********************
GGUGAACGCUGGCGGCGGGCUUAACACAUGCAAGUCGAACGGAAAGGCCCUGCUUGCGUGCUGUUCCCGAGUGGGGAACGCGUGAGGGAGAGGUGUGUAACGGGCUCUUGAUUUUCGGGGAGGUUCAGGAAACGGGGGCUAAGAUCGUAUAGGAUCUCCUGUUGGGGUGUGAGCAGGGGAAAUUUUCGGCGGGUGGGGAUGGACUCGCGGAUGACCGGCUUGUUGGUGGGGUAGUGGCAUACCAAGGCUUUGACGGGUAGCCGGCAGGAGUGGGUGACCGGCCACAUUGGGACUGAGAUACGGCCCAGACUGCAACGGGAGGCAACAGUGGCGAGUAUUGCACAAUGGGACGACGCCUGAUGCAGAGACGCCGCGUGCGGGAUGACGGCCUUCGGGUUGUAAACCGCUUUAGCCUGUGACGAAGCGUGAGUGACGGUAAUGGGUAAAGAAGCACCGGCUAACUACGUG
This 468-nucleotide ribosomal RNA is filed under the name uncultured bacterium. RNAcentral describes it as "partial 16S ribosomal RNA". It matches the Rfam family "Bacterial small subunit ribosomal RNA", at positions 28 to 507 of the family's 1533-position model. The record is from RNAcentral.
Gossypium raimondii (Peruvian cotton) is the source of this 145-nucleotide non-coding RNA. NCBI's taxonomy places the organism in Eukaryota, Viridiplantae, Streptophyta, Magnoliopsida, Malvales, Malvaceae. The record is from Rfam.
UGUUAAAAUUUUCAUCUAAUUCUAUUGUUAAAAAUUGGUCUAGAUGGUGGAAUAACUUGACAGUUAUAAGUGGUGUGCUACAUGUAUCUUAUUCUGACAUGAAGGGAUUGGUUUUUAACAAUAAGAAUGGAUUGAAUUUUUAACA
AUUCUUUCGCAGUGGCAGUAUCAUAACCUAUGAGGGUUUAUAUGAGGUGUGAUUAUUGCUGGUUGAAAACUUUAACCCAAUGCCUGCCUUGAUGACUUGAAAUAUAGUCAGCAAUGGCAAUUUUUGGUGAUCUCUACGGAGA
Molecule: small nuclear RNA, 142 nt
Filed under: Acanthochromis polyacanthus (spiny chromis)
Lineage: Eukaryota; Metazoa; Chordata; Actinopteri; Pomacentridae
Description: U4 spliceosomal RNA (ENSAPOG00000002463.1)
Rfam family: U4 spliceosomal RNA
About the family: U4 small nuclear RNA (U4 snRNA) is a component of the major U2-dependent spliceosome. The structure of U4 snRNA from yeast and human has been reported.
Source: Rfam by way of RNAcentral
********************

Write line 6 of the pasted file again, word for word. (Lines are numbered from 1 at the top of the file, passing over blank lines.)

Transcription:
Molecule: small nuclear RNA, 142 nt